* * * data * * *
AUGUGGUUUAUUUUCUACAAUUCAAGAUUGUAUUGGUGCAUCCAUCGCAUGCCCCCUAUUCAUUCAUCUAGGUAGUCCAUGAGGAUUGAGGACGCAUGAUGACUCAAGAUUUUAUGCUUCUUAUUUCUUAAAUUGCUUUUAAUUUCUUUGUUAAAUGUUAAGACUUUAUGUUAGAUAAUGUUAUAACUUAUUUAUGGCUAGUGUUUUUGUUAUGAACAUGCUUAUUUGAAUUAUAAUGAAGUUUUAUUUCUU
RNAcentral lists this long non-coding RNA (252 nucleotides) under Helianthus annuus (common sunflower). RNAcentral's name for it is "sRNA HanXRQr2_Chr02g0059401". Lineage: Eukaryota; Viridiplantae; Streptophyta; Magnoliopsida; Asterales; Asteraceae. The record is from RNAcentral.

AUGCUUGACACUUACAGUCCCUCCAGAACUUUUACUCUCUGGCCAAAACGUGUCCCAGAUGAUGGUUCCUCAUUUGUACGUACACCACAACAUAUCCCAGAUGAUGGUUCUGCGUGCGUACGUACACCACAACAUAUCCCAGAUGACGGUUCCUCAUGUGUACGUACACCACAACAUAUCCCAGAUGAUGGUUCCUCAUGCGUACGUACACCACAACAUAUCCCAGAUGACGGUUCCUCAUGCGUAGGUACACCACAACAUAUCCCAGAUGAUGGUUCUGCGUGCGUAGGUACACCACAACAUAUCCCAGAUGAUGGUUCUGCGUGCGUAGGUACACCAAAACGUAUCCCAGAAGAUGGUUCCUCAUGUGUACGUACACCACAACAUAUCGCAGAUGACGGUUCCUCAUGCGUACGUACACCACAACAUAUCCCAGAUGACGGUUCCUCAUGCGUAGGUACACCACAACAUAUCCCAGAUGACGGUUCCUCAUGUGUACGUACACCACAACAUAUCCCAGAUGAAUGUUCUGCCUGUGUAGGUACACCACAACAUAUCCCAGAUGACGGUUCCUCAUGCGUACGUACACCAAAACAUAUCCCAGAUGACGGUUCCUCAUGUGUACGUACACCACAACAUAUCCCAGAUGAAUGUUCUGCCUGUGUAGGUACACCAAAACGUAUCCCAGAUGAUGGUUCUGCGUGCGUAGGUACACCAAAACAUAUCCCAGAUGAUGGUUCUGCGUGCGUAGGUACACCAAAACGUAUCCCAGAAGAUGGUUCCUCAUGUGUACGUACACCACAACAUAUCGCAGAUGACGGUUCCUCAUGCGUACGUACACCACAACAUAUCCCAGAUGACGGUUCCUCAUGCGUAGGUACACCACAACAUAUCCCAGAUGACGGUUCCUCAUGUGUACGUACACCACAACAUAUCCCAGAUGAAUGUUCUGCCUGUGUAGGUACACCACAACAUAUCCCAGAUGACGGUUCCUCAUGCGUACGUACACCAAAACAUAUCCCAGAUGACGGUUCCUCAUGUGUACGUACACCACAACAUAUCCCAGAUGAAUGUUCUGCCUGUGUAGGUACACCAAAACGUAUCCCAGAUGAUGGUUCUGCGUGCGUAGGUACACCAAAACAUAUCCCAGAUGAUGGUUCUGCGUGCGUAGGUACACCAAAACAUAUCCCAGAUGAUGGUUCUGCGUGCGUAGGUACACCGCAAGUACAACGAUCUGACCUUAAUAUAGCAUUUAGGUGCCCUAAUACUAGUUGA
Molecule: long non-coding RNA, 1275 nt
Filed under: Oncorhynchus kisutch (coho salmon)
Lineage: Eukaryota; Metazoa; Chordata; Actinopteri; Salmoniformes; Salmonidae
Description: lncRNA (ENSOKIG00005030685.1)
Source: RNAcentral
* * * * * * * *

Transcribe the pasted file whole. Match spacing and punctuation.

AUGUGGUUUAUUUUCUACAAUUCAAGAUUGUAUUGGUGCAUCCAUCGCAUGCCCCCUAUUCAUUCAUCUAGGUAGUCCAUGAGGAUUGAGGACGCAUGAUGACUCAAGAUUUUAUGCUUCUUAUUUCUUAAAUUGCUUUUAAUUUCUUUGUUAAAUGUUAAGACUUUAUGUUAGAUAAUGUUAUAACUUAUUUAUGGCUAGUGUUUUUGUUAUGAACAUGCUUAUUUGAAUUAUAAUGAAGUUUUAUUUCUU
RNAcentral lists this long non-coding RNA (252 nucleotides) under Helianthus annuus (common sunflower). RNAcentral's name for it is "sRNA HanXRQr2_Chr02g0059401". Lineage: Eukaryota; Viridiplantae; Streptophyta; Magnoliopsida; Asterales; Asteraceae. The record is from RNAcentral.

AUGCUUGACACUUACAGUCCCUCCAGAACUUUUACUCUCUGGCCAAAACGUGUCCCAGAUGAUGGUUCCUCAUUUGUACGUACACCACAACAUAUCCCAGAUGAUGGUUCUGCGUGCGUACGUACACCACAACAUAUCCCAGAUGACGGUUCCUCAUGUGUACGUACACCACAACAUAUCCCAGAUGAUGGUUCCUCAUGCGUACGUACACCACAACAUAUCCCAGAUGACGGUUCCUCAUGCGUAGGUACACCACAACAUAUCCCAGAUGAUGGUUCUGCGUGCGUAGGUACACCACAACAUAUCCCAGAUGAUGGUUCUGCGUGCGUAGGUACACCAAAACGUAUCCCAGAAGAUGGUUCCUCAUGUGUACGUACACCACAACAUAUCGCAGAUGACGGUUCCUCAUGCGUACGUACACCACAACAUAUCCCAGAUGACGGUUCCUCAUGCGUAGGUACACCACAACAUAUCCCAGAUGACGGUUCCUCAUGUGUACGUACACCACAACAUAUCCCAGAUGAAUGUUCUGCCUGUGUAGGUACACCACAACAUAUCCCAGAUGACGGUUCCUCAUGCGUACGUACACCAAAACAUAUCCCAGAUGACGGUUCCUCAUGUGUACGUACACCACAACAUAUCCCAGAUGAAUGUUCUGCCUGUGUAGGUACACCAAAACGUAUCCCAGAUGAUGGUUCUGCGUGCGUAGGUACACCAAAACAUAUCCCAGAUGAUGGUUCUGCGUGCGUAGGUACACCAAAACGUAUCCCAGAAGAUGGUUCCUCAUGUGUACGUACACCACAACAUAUCGCAGAUGACGGUUCCUCAUGCGUACGUACACCACAACAUAUCCCAGAUGACGGUUCCUCAUGCGUAGGUACACCACAACAUAUCCCAGAUGACGGUUCCUCAUGUGUACGUACACCACAACAUAUCCCAGAUGAAUGUUCUGCCUGUGUAGGUACACCACAACAUAUCCCAGAUGACGGUUCCUCAUGCGUACGUACACCAAAACAUAUCCCAGAUGACGGUUCCUCAUGUGUACGUACACCACAACAUAUCCCAGAUGAAUGUUCUGCCUGUGUAGGUACACCAAAACGUAUCCCAGAUGAUGGUUCUGCGUGCGUAGGUACACCAAAACAUAUCCCAGAUGAUGGUUCUGCGUGCGUAGGUACACCAAAACAUAUCCCAGAUGAUGGUUCUGCGUGCGUAGGUACACCGCAAGUACAACGAUCUGACCUUAAUAUAGCAUUUAGGUGCCCUAAUACUAGUUGA
Molecule: long non-coding RNA, 1275 nt
Filed under: Oncorhynchus kisutch (coho salmon)
Lineage: Eukaryota; Metazoa; Chordata; Actinopteri; Salmoniformes; Salmonidae
Description: lncRNA (ENSOKIG00005030685.1)
Source: RNAcentral